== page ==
Following this, we see Jesus dubbed as a “new teacher with authority”—is this another Marcan hint of a Moses-like Jesus? Later we have Jesus saying that He is greater than David (2.25)! After that, we see what might be an echo of the story where Moses sticks his withered hand in the cloak and then it is healed (of course, the hand here is not Jesus’s but that need not matter; it is a corresponding image; 3.1-6). The image of the man stretching out his hand (as one of the more well known Moses stories attests) might also be a connection here. Following this, Jesus, like Moses, goes up onto a mountain—what story do you think this takes us back to? The Decalogue episode!

In 6.14ff, it cannot be on accident that Mark tells his audience that people are saying Jesus is John the Baptist, Elijah, and other prophets. If the people back then were thinking this, it only makes sense that Mark would clarify, especially if he cloaked his story in such imagery? Perhaps we have just missed the many echoes that an early follower of Jesus, especially of Jewish descent, would have picked up on. As I continue to study Mark, I see more and more of these echoes and referents and I’m sure I’ll find more.

One thing that this reminds me of is that in New Testament studies in particular, we have to strive to find the balance between the Jewish and Greco-Roman worlds. For sure, they are both there—sometimes indistinguishably. We must take note of both! One or the other is not enough. Though most of the writers were grounded in the Jewish faith and Hebrew texts and practices, they lived in a Greco-Roman world; thus, the two are in many cases and in many ways, inseparable (though, at some points they are clearly separable).

This also reminds me that Jesus was much more than a prophet; He was a prophet but He was much greater than Moses or Elijah or anyone else. The claim that He was simply a good teacher or a great prophet is not enough. As Mark shows—and I think this is the main point of Mark’s account—Jesus is God!


  1. Interesting thoughts - the Elijah motif certainly come through strongly in Luke - but it is certainly possible the other gospel writers had similar ideas. Lots of good stuff Michael.

  2. Thanks Brian.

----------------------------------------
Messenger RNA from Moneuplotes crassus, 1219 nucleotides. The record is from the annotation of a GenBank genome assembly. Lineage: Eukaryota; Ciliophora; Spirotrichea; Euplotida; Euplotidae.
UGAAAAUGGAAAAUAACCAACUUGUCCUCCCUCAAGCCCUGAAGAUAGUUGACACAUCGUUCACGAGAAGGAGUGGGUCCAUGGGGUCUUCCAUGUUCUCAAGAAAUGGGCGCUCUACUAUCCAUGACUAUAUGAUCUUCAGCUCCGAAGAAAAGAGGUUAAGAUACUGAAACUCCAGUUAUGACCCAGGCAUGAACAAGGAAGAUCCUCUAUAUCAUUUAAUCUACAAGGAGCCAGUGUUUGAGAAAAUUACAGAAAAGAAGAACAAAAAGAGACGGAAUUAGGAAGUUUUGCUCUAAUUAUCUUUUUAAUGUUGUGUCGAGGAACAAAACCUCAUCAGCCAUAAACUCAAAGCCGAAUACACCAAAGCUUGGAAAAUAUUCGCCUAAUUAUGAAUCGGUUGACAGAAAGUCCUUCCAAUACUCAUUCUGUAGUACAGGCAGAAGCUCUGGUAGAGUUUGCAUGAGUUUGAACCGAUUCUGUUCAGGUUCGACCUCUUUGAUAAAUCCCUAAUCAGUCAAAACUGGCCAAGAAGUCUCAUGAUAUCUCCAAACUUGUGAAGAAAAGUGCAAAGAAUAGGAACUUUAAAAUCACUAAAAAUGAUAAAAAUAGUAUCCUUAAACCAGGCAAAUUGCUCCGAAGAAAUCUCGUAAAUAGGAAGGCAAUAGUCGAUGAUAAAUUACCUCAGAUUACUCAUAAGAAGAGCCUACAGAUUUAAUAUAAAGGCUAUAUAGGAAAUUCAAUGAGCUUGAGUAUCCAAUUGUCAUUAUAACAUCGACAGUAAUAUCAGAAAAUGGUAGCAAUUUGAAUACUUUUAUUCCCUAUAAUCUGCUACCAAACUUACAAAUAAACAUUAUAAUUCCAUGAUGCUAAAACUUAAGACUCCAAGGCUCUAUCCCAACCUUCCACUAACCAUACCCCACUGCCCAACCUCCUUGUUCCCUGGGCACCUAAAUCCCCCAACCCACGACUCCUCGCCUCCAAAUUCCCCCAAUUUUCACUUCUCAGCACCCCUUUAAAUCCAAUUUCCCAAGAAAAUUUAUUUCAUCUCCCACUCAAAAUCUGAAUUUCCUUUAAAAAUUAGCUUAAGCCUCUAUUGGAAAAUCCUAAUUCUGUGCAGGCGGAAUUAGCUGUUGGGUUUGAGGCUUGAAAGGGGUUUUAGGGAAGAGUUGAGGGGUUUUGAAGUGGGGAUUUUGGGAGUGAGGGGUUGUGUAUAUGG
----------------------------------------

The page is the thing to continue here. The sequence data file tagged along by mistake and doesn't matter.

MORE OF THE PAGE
Yeah, about the Elijah motif, I am thinking a lot lately about just how "key" it might be in Mark's account. This leads me to ask if the Transfiguration might be a climactic point in the Gospel. At present though, I am not sure; I have to work through the rest of the story. There is just so much in the first 5 chapters to talk about.

  3. "In other words, these people are leaving the Empire behind."

    I like your "challenge to the empire" thinking. I think the context supports it.

    Further, I think that is a common theme throughout the Bible - leaving the empire behind, forging on to a better kingdom.

    Abraham leaving Ur, the Israelis leaving Egypt, the Israelis in captivity leaving Babylon, Jesus teaching about a new kingdom, etc, etc.

    Good stuff...

  4. Dan,

    I think the socio-political background gets overlooked way too much, way too often in Mark. These things need to be brought to bear on the meaning of what we read. No doubt, Jesus was viewed as an OT-like figure leading His people out from under sin and oppression.

  5. Clearly, although the Romans are portrayed as not especially wanting to crucify Jesus, they simply could not and would not (I think) have tried to get away with it if Jesus was merely a nice guy that healed people and told us to love each other.

    Gov't's - even oppressive gov't's - don't tend to put to death people for those reasons. No, I think the evidence shows that Jesus appeared to be enough of a threat and/or bother that Rome felt she had to put him away.